Basis of observed resistance of L1210 leukemia in mice: methotrexate, 6-thioguanine, 6-methylmercaptopurine riboside, 6-mercaptopurine, 5-fluorouracil, and 1-beta-D-arabinofuranosylcytosine administered in different combinations
Schmid et al. (Cancer Treat. Rep., 60: 23-27, 1976) reported rapid emergence of resistance of L1210 leukemia cells in mice to two schedules of six antimetabolites and much slower development of resistance to a third schedule. Such rapid development of resistance to six drugs presents a striking puzzle, and one whose solution gives some insights into the basis for general emergence of drug resistance. Our approach was to examine the consequences of applying these drugs singly or in pairs and,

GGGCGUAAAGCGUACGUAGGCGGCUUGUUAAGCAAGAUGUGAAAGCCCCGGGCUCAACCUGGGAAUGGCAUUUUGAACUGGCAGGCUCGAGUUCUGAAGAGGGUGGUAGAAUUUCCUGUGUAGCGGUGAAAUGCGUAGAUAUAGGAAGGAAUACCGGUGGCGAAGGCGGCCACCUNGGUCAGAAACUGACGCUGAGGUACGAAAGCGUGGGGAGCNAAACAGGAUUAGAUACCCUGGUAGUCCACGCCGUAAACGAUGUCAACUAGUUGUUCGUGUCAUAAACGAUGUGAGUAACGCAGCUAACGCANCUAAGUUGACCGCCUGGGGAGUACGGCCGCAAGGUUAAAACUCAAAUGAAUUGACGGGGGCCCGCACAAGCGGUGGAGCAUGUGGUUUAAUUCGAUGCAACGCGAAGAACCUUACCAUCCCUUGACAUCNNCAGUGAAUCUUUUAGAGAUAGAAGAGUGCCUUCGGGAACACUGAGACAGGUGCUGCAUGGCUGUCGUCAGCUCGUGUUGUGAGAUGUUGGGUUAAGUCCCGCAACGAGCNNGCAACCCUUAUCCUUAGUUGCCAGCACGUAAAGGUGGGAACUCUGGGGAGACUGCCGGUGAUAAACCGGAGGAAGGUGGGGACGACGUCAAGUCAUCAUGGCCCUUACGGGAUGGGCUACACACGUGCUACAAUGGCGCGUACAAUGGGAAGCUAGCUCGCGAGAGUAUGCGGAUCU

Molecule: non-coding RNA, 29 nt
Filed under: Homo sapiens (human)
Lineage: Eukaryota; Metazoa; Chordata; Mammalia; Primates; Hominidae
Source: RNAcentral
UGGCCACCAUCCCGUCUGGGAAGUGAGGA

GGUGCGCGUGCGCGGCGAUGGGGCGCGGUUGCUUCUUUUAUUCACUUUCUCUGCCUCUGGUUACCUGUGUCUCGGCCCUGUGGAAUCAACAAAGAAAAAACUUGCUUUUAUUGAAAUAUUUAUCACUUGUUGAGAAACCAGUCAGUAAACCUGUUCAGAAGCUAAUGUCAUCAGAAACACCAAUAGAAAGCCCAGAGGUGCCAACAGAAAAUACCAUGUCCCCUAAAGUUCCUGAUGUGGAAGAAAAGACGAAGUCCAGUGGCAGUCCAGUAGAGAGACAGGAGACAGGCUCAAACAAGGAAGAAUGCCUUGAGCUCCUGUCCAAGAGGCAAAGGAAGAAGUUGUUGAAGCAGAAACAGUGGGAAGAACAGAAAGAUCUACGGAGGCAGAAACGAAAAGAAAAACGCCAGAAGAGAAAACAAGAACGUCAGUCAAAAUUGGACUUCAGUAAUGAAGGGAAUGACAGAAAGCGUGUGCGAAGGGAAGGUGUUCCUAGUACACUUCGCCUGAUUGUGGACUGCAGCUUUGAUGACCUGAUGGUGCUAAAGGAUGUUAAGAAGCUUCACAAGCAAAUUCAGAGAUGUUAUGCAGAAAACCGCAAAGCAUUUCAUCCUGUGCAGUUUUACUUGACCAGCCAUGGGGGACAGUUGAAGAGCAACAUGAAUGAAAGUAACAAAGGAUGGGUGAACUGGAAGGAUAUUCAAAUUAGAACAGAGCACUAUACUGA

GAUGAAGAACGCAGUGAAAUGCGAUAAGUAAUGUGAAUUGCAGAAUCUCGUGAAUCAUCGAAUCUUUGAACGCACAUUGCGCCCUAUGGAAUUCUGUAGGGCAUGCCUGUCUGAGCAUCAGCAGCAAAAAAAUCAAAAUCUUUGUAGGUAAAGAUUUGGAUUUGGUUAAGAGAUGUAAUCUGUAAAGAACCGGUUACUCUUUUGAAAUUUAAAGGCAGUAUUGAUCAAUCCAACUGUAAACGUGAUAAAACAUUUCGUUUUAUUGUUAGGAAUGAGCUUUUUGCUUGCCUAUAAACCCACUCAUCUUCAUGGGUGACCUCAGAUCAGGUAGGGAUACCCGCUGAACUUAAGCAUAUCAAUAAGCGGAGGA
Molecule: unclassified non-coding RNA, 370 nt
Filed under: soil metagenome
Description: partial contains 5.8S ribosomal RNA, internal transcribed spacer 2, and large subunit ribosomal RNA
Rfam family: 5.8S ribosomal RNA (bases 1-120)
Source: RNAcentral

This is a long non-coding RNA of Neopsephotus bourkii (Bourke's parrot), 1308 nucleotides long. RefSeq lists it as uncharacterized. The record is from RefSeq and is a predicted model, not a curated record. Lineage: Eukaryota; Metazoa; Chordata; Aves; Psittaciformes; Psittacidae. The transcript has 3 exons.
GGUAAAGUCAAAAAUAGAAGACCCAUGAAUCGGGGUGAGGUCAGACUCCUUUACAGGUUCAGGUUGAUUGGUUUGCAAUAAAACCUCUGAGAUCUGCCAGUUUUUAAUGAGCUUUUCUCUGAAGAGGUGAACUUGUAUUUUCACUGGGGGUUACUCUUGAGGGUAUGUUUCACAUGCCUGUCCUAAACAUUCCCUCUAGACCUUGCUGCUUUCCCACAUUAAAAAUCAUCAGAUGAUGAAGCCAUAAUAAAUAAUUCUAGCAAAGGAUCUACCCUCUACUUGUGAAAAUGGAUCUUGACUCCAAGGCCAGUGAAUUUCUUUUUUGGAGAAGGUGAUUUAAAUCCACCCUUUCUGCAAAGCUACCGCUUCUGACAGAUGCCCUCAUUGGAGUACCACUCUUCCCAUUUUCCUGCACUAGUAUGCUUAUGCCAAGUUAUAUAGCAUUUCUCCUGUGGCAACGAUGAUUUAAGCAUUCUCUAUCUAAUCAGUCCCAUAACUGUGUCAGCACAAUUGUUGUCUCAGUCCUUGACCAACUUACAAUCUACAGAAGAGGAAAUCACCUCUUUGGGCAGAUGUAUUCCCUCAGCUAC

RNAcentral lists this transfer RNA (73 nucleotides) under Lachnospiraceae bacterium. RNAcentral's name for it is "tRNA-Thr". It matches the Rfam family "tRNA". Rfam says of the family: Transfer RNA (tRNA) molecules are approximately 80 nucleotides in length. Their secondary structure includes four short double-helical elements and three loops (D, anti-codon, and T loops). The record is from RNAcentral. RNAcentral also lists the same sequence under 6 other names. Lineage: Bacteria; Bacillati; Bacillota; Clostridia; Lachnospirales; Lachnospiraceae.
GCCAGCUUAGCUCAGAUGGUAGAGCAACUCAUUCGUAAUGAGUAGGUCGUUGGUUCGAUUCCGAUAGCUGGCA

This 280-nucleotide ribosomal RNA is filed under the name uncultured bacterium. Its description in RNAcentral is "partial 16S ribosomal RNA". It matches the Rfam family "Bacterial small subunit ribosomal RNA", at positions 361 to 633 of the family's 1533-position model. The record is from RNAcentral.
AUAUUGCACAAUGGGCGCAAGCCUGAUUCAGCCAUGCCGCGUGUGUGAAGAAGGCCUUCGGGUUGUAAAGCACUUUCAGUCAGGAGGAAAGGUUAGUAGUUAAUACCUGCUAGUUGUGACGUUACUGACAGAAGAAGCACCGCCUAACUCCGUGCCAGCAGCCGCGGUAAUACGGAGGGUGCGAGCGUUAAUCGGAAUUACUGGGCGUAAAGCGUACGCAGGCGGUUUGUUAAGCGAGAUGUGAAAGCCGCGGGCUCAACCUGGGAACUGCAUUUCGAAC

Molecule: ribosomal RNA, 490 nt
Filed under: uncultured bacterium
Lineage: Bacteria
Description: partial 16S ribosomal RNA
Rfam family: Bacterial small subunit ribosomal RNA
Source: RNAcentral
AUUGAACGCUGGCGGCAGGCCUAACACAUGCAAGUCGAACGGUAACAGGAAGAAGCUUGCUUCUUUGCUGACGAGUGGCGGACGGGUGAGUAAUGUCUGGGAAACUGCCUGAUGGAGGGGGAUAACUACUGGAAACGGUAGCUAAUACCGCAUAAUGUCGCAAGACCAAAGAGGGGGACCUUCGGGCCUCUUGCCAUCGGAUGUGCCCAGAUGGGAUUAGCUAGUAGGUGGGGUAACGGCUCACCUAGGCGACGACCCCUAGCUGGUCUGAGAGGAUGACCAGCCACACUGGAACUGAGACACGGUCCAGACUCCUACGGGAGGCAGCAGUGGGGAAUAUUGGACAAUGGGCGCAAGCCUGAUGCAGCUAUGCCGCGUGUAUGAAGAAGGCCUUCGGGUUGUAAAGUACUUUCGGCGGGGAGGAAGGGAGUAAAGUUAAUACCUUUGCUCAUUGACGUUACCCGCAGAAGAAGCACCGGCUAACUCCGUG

... m the results, to infer interactions in six-drug combinations. 6-Thioguanine (TG) and 6-mercaptopurine are the key drugs since, as shown by Schmid et al., resistance of leukemic cells appeared to six-drug combinations at the same time as did resistance to the purine analogs; sensitivity to the other drugs remained. We demonstrated that cells which emerged were resistant to both of the purine analogs, owing to a deficiency of the activating enzyme hypoxanthine-guanine phosphoribosyltransferase. TG resistance arose in the presence of TG because of an overgrowth of TG-resistance mutants that were present as one cell in 10(4) in the original L1210 population. L1210 cultures were prepared free of TG-resistant mutants. With these cells, TG administered shortly after inoculation was very effective in delaying their death. The cells that finally grew out were still TG sensitive. Simultaneous treatment with all the drugs greatly delayed appearance of TG resistance in vivo and in vitro. Methotrexate alone was responsible for this result, owing to its ability preferentially to kill TG-resistant cells. The other three drugs were not effective in delaying TG resistance. Methotrexate was effective only if it was added daily; one large injection was ineffective. Therefore, TG and methotrexate added daily for 6 days (simultaneous schedule) was the most effective drug regimen tested.